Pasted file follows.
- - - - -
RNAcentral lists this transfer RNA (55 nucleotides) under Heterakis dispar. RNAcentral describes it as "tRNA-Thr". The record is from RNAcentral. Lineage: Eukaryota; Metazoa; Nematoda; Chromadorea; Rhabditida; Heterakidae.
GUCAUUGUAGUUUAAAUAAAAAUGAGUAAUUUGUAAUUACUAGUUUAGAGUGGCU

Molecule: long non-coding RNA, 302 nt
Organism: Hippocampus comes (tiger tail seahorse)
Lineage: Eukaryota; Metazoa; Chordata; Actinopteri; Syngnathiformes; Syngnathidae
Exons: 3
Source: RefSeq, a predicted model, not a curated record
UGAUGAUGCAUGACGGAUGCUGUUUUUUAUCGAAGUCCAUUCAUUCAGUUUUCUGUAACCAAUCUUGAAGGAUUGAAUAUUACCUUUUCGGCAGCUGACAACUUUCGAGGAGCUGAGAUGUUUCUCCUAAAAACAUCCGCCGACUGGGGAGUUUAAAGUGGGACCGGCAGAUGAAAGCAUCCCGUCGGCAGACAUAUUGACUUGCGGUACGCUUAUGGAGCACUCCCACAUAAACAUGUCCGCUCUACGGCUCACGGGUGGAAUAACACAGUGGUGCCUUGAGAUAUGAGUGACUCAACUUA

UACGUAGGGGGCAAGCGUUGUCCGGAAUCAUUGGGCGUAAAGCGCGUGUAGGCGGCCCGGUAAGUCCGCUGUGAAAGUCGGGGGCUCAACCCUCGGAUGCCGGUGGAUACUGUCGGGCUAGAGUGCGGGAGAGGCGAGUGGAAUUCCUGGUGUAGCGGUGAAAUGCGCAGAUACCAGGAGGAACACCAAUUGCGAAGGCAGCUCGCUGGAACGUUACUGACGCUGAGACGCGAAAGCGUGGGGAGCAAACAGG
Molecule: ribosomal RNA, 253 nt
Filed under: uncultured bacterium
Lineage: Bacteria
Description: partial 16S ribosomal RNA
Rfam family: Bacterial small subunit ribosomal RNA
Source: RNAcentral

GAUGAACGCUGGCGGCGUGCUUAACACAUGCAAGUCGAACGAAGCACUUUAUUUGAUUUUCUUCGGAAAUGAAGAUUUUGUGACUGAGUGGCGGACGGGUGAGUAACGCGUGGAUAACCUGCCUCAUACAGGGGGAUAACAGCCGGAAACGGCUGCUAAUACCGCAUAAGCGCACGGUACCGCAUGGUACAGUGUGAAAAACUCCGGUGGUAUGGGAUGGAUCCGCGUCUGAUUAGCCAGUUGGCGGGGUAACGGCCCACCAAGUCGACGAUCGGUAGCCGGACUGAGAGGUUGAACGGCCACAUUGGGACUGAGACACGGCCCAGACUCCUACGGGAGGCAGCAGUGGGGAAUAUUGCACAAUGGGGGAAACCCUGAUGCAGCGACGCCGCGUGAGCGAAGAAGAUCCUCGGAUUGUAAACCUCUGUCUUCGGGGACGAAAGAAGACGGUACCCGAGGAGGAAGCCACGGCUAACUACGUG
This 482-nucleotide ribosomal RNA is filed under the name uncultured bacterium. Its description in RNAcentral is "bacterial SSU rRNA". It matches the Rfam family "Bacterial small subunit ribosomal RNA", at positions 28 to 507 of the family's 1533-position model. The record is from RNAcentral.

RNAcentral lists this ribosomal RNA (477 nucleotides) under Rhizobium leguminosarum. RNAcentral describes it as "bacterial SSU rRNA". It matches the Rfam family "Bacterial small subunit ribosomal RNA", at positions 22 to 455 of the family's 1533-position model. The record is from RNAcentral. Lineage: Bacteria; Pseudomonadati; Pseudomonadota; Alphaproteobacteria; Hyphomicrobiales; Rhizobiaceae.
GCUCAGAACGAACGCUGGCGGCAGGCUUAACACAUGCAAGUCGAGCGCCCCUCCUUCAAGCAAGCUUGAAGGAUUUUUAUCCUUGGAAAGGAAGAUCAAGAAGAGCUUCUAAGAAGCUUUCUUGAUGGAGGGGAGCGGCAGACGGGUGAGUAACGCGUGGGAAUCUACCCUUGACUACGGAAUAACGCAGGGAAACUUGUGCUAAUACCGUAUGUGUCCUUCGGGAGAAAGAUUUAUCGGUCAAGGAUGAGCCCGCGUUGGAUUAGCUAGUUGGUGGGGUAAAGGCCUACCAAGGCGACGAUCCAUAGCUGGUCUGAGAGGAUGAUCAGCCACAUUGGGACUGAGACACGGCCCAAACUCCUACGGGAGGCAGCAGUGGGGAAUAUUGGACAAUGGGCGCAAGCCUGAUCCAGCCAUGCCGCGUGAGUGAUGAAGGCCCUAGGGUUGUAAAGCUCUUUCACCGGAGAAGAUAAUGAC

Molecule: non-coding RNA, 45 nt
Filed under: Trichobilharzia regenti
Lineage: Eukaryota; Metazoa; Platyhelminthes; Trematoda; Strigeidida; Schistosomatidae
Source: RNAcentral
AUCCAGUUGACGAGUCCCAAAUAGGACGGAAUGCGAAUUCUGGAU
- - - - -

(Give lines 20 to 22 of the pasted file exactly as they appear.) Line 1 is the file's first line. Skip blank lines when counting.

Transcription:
Molecule: non-coding RNA, 45 nt
Filed under: Trichobilharzia regenti
Lineage: Eukaryota; Metazoa; Platyhelminthes; Trematoda; Strigeidida; Schistosomatidae